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Louis C.K.’s Statement Follows in the Footsteps of Self-Indulgent So-Called Apologies

The comedian, who has been accused of masturbating in front of his victims, appears to have done the same thing with his statement.

Louis C.K., co-creator/writer/executive producer, participates in the "Better Things" panel during the FX Television Critics Association Summer Press Tour at the Beverly Hilton, in Beverly Hills, Calif2017 Summer TCA - FX, Beverly Hills, USA - 09 Aug 2017

Invision/AP/REX/Shutterstock

Five women accused Louis C.K. of sexual misconduct and masturbating in front of them in a New York Times expose on Thursday, and by Friday, the comedian released a lengthy statement in response to the allegations. Although he confirms that the accusations are true and that he’s hurt many people, the statement does not come off as an apology.

In the statement, C.K. treats the women as if they’re strangers he only read about: “five women named Abby, Rebecca, Dana, Julia who felt able to name themselves and one who did not.” He doesn’t address them, he addresses the story. Also, who’s the one person he mentions in trying to seek forgiveness? Himself. “There is nothing about this that I forgive myself for…” he says, turning it back to himself. Furthermore, C.K. never even uses the word “sorry” or “apologize,” but instead goes on at length about how they admired him or how he’s the object of admiration. In fact, the word “admire” in its various forms appears five times.

While it’s true that power dynamics are at play in predatory behavior, boiling it down to mere “admiration” is reductive and insulting. It also puts the focus on how they saw him, not on how he viewed them. If he were being truly honest, he’d say that he didn’t admire them, didn’t respect them at all because his behavior certainly does not jibe with respecting others. Again, the women here are not yet given equal footing in this. They are merely the ones through which he is reflecting on himself.

Even more curiously, he uses the word “dick” twice, which is not only unnecessary and crass, but gives the distinct feeling that he’s reveling in using the word.

“At the time, I said to myself that what I did was okay because I never showed a woman my dick without asking first, which is also true,” he writes. “But what I learned later in life, too late, is that when you have power over another person, asking them to look at your dick isn’t a question. It’s a predicament for them.”

While the use of the word “dick” and what he did with it may have worked in his stand-up or other comedic works, it has no place here. It’s almost as if he cannot help himself from reliving that exposure, that exhibitionist thrill. In short, the statement reads like the very masturbatory practice that he’s accused of forcing on his victims, except this time, his audience is everyone on the internet.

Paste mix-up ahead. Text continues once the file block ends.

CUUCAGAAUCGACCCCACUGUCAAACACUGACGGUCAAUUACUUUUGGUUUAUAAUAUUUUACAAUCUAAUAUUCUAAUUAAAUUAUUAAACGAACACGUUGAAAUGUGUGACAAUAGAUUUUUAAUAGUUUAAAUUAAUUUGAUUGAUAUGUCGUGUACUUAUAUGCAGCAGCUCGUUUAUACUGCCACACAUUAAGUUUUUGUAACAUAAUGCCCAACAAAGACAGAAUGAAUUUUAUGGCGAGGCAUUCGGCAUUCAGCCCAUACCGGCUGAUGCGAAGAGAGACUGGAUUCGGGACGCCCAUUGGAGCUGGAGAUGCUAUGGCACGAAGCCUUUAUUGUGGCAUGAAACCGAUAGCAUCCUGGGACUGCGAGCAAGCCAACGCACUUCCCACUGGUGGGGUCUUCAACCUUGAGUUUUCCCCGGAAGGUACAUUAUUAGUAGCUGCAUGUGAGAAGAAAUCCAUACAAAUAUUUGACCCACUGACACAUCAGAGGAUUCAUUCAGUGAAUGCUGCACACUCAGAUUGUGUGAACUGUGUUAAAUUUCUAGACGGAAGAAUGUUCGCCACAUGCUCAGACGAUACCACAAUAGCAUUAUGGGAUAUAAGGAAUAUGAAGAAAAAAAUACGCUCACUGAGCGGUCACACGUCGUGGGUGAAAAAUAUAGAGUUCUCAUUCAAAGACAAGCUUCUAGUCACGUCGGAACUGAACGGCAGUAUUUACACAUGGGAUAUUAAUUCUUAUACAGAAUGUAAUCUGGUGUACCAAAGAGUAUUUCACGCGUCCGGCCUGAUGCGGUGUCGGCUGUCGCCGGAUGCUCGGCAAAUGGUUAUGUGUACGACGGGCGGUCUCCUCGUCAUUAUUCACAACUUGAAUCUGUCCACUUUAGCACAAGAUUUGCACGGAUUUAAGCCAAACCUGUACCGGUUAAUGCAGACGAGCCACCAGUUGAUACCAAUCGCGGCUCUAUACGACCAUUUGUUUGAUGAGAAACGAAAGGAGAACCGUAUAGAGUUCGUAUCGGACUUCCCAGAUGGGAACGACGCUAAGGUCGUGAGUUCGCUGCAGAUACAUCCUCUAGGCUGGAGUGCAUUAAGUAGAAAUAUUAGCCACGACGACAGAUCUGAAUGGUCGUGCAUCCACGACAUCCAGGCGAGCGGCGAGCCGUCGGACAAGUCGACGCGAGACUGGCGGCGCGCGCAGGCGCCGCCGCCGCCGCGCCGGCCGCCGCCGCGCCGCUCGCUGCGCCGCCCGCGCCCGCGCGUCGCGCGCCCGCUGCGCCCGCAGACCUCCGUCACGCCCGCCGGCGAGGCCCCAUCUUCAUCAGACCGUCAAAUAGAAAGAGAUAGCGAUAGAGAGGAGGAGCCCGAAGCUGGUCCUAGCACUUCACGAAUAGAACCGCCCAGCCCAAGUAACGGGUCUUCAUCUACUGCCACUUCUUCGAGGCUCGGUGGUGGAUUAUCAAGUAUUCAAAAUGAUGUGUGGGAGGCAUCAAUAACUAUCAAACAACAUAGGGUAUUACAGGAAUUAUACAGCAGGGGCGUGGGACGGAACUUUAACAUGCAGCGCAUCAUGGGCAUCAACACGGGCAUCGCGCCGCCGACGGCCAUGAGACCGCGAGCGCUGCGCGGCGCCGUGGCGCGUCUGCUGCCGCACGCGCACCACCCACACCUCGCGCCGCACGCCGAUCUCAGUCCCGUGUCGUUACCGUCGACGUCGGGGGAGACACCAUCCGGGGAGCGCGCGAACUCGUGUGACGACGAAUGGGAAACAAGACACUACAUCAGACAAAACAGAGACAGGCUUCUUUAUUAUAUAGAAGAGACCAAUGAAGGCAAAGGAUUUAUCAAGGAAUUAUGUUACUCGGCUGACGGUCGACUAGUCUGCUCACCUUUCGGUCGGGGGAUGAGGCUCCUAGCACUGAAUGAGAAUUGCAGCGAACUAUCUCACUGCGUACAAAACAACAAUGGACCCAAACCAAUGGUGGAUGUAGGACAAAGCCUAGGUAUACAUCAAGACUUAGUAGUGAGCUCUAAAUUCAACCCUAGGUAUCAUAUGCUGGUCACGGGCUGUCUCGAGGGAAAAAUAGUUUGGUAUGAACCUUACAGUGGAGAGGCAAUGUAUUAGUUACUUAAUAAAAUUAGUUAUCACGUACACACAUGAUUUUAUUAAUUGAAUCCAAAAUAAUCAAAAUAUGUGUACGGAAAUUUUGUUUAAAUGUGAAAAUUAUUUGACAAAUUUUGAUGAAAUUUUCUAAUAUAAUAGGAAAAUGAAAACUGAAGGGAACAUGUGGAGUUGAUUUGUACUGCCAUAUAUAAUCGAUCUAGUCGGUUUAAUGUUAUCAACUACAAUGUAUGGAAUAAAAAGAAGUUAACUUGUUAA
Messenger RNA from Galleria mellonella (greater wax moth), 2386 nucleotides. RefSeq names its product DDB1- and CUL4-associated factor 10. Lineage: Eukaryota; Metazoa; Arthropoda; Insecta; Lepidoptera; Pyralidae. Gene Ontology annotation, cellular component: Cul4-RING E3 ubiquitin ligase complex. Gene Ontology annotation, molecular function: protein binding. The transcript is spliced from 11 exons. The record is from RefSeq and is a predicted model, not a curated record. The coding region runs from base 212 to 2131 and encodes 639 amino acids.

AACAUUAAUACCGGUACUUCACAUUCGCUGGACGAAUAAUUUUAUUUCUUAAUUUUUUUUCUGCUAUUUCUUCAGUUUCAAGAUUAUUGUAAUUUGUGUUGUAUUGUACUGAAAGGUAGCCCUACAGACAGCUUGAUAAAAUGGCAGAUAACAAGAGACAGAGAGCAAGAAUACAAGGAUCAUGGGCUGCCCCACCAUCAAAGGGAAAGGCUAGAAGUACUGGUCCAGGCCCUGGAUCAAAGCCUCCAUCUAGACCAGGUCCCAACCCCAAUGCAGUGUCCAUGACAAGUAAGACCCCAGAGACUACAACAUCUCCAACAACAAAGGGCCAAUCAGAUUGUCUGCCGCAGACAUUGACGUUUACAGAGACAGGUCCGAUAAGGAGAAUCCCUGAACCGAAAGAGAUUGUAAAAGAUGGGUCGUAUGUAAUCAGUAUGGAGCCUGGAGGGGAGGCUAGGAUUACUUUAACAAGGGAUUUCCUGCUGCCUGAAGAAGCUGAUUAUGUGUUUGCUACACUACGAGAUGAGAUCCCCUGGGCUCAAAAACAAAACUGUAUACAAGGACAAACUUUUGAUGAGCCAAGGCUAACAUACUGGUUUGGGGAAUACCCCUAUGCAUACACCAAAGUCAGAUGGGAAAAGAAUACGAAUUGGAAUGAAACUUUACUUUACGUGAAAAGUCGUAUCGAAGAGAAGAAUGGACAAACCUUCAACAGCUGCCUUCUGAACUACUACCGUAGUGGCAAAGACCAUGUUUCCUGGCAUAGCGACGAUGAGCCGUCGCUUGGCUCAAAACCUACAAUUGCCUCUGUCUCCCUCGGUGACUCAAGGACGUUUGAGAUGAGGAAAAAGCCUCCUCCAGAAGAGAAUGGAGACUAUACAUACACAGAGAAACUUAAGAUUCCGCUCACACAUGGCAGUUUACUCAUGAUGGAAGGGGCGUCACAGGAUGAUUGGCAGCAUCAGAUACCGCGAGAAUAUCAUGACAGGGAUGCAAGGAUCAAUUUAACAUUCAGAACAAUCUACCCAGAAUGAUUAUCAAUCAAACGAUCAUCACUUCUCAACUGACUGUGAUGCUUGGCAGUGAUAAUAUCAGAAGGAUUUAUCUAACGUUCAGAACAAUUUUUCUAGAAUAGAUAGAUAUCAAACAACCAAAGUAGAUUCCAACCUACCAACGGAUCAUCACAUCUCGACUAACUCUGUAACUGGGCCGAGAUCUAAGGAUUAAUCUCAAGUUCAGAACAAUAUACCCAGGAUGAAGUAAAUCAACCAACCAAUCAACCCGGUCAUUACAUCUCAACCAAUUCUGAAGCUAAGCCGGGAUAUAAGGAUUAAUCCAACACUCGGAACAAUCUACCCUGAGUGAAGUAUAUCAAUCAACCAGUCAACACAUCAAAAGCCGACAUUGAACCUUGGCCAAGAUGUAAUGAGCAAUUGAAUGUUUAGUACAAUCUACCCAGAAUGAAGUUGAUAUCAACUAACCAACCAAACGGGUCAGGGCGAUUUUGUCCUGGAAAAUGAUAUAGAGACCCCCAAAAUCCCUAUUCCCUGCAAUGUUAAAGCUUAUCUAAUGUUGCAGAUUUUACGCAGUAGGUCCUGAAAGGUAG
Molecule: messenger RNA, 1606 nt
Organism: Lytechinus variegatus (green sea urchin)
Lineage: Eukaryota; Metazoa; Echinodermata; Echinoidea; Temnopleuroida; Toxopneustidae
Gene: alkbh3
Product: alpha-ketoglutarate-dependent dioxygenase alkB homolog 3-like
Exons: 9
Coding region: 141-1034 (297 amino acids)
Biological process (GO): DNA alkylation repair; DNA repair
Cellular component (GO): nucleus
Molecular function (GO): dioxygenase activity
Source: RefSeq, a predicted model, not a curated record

Parts of C.K.’s statement sounds genuinely remorseful, if only because someone has explained that he’s hurt people, and conceptually he knows that’s bad. But the strange, self-indulgent mix of reliving his sexual misconduct, listing all of the shows he’s working on (even to acknowledge those who are affected by him), and the navel-gazing just comes off as “Louie” the show in miniature and distilled in print.

Perhaps his most self-aware comment is near the end, when he says, “I have spent my long and lucky career talking and saying anything I want.” It appears that he still has with this statement.

This is actually the crux of the issue that C.K. and other privileged men before him have faced when issuing statements. Kevin Spacey attempted to deflect from the allegations about sexually pressuring a minor by officially coming out as gay in his so-called apology statement, despite the damage that conflating pedophilia with being gay does to the LGBTQ community. Harvey Weinstein’s statement misquotes Jay-Z for no conceivable reason and then goes off on a tangent about the NRA, President Trump, a joke about a Bar Mitzvah, and more.

These men are so used to doing, thinking, and saying anything they want — and the teams around them have continued to let them — that they only live in the reality they’ve built for themselves where everything they do is gold. Getting caught isn’t a wake-up call; it’s speed bump with a spotlight. It’s still about them, and if there were any doubt that these men have victimized others, then these statements make it clear that they’re still unable to see others as equals.

For the men in power who’ve gotten their own way far too long, here’s a tip: Don’t write your own apology statements because you probably don’t know what an apology is if you’re a predator.

Read C.K.’s full statement here.

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